Written by Todd Mrozinski
Josh Hintz, Var/Var West Galleries
For as long as I can remember, I have seen Josh Hintz in two incarnations. First, as the builder, covered in drywall dust after the newest addition or install of his ever expanding studio and gallery endeavors. Secondly, at openings, in dapper attire with mustache quaffed, mingling like the Jack of Hearts in a full house. I saw him once in casual attire and did not recognize him. He has built a community of artists and galleries from the original Var, which started with a small cast of artists in a single large studio space in Bayview, to the opening of their current, larger space in Walker’s Point which has now been open for five years. For the past year, a new endeavor three blocks away has seen the redevelopment of the former Pitch Project into Var West. This massive space houses numerous artist’s studios and has three exhibition venues. Var West gallery, which features regional and national emerging artists, Hawthorn Contemporary (curated by Jason S. Yi), which focuses on national and international exhibitions and Between Two Galleries which is a pop-up exhibition and performance space. As of today, Var and Var West house 55 artists.
It is as appropriate to call Hintz a developer as it is a curator, a provider of space and opportunity for artists to mix and ponder, create and grow. I can’t think of another space in Milwaukee that has more young artists in a consolidated space that also provides them exhibition opportunities. When asked what he sees as the main role of a curator, Hintz states, “To bring things of interest out of the shadows and put them on exhibit for others to contemplate. The gallery is an empty vessel that needs it’s context challenged continuously by the curator.” When asked what artist, living or dead he would choose to curate a show of, he chose the ever mercurial Andy Warhol. “With an artist like him, I could really challenge the relationship between curator and artist. Between the things we do and the things he did, it would be a hot mix of fantastic.”
So far, Hintz has brought a hot mix of fantastic to the Milwaukee art scene. I wonder where the next incarnation will happen and when another bucket of drywall mud will be mixed, providing artists from Milwaukee and beyond space to explore and be seen.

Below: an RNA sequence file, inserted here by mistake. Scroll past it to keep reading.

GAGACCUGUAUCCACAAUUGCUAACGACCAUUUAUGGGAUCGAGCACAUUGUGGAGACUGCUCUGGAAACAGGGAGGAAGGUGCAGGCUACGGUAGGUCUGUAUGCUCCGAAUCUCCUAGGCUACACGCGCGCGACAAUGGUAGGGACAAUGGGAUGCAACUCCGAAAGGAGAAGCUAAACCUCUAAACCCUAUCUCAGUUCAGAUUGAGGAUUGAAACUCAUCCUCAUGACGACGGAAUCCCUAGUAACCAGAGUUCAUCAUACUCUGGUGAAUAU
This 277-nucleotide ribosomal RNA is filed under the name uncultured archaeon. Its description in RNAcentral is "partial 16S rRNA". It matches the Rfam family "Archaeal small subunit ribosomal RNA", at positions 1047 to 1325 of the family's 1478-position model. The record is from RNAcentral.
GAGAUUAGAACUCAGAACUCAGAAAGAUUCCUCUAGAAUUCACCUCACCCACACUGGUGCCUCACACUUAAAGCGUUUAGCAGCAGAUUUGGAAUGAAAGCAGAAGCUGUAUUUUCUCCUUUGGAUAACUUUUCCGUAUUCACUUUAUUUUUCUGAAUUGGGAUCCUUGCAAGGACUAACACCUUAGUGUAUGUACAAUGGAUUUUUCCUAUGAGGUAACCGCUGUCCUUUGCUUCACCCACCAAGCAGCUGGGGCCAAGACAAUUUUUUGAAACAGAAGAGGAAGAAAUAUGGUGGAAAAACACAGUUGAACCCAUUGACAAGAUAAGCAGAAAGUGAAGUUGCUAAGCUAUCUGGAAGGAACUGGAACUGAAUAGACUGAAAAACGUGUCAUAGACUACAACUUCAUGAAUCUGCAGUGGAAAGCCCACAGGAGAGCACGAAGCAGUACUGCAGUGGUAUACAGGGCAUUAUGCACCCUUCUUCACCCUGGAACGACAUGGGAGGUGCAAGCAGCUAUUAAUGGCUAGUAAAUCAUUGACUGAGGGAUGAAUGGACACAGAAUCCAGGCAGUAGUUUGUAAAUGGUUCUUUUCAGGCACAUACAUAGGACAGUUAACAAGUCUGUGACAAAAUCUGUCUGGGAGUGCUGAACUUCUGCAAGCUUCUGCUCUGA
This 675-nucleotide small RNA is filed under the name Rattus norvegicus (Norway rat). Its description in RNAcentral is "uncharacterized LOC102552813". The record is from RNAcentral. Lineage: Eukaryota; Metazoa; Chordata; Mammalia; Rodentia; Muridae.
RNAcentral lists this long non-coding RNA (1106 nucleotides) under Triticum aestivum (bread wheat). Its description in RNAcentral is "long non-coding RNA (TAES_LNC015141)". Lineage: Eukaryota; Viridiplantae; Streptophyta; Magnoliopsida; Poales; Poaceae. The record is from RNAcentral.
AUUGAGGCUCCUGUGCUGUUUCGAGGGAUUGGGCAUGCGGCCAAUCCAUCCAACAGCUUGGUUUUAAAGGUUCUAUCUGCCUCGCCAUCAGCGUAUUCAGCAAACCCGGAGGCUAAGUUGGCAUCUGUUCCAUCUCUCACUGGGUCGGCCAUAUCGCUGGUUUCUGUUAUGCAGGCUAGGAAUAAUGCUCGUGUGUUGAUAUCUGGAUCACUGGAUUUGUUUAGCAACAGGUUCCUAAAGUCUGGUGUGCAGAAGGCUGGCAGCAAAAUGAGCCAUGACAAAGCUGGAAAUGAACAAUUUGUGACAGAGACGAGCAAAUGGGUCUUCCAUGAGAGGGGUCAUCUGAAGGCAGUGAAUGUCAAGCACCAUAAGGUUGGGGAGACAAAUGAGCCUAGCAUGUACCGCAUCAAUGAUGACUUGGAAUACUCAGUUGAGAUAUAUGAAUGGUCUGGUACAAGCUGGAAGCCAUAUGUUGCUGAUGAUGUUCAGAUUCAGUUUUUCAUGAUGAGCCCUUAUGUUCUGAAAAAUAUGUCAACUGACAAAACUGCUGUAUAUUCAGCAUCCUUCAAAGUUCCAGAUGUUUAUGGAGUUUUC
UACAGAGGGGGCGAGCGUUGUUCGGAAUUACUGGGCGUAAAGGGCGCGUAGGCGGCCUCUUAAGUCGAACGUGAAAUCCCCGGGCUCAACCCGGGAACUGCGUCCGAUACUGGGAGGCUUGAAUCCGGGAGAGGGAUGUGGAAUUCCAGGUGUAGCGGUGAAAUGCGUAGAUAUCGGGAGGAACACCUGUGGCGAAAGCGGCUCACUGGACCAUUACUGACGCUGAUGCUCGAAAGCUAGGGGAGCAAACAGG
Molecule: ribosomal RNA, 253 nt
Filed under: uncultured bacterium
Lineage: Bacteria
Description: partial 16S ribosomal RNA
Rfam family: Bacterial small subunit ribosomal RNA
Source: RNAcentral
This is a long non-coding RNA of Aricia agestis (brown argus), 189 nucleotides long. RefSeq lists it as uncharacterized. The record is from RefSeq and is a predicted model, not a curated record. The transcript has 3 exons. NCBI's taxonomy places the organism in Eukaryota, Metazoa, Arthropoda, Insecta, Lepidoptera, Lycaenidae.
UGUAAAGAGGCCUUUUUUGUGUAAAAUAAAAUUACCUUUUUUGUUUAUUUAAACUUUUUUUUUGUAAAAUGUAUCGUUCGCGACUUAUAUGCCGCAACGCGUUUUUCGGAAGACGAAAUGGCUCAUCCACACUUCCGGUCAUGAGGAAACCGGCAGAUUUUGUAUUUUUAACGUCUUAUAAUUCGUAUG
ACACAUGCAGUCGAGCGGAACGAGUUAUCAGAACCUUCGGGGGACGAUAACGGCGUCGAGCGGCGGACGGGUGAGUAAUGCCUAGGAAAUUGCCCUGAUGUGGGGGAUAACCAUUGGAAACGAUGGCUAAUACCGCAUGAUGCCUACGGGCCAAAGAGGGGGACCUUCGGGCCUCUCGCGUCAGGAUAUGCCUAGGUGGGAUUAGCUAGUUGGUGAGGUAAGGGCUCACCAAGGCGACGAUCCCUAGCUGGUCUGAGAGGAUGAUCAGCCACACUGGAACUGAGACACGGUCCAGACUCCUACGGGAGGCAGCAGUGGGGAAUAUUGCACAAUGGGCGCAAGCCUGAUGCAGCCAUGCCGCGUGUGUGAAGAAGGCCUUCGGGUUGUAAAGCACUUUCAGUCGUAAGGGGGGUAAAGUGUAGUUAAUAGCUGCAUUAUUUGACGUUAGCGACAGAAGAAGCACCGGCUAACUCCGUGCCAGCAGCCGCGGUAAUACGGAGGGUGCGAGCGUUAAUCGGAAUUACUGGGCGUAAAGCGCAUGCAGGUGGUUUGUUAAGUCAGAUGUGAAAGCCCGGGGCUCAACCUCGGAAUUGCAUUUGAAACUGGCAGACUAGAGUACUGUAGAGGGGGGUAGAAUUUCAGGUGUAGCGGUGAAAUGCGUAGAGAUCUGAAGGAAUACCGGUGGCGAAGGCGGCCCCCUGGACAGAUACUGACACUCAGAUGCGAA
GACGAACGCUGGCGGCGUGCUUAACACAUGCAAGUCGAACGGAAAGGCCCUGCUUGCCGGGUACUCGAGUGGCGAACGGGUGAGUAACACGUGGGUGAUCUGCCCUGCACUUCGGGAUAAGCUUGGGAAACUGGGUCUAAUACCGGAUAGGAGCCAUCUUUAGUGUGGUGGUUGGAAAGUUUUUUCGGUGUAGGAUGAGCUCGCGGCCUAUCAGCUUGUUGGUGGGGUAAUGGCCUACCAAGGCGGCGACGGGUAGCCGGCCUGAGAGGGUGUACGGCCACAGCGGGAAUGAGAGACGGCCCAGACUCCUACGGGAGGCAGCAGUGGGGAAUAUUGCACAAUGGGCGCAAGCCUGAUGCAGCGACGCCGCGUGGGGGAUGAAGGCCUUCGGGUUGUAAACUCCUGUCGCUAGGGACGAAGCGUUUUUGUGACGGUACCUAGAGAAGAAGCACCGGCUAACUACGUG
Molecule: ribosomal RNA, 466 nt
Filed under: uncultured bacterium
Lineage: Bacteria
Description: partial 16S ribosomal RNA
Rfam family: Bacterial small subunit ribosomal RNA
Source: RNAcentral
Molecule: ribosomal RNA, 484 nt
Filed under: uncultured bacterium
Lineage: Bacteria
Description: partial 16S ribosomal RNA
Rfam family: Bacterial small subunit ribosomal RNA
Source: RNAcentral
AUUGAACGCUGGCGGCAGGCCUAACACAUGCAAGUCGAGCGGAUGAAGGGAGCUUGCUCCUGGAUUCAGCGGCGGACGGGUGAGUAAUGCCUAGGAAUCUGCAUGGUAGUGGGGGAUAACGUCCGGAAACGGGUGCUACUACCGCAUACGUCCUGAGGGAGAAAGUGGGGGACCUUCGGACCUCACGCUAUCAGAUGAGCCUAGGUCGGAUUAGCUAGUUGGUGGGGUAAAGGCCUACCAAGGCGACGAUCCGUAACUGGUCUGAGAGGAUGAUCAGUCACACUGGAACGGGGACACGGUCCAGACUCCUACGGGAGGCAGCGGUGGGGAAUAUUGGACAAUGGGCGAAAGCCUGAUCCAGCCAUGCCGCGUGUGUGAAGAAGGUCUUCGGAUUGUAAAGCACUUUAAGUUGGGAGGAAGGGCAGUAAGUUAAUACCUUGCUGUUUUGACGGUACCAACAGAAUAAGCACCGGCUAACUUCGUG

Maureen Ragalie – Saint Kate Arts Hotel
Few people know that this spring, Maureen Ragalie died at the bottom of the main stairwell of Saint Kate, the new Arts Hotel in downtown Milwaukee. Not literally but symbolically. In humor, during a pre-opening party when a group of artists were asked to paint on the stairs before the finished flooring was installed, Ragalie laid on the ground and was traced in white latex house paint. The“chalk outline” of her will forever be on the subfloor of this new blank canvas. Next to the outline is an “alive” version of her smiling and holding a wine glass, painted with dexterity and wit on the dusty cement floor by artist Ariana Vaeth.
In a sense, the new Arts Hotel is a death and rebirth for this curator who, before moving back to Wisconsin (she was born and raised in Wauwatosa), worked as a registrar in one of the major galleries on Earth, David Zwirner in New York. She also worked for the website , which gave her an even broader range of art outside the realm of the norm. When returning to Milwaukee, she began working at the Green Gallery and with Sculpture Milwaukee, which is where she heard about the position at Saint Kate. It seemed to be a perfect fit. She is in charge of helping with the “seed” collection of about 100 works of local, national and international artists as well as curating 3 smaller gallery spaces in the hotel with shows lasting three to four months each. These spaces will focus on installation and video work that engage the visitors who experience it.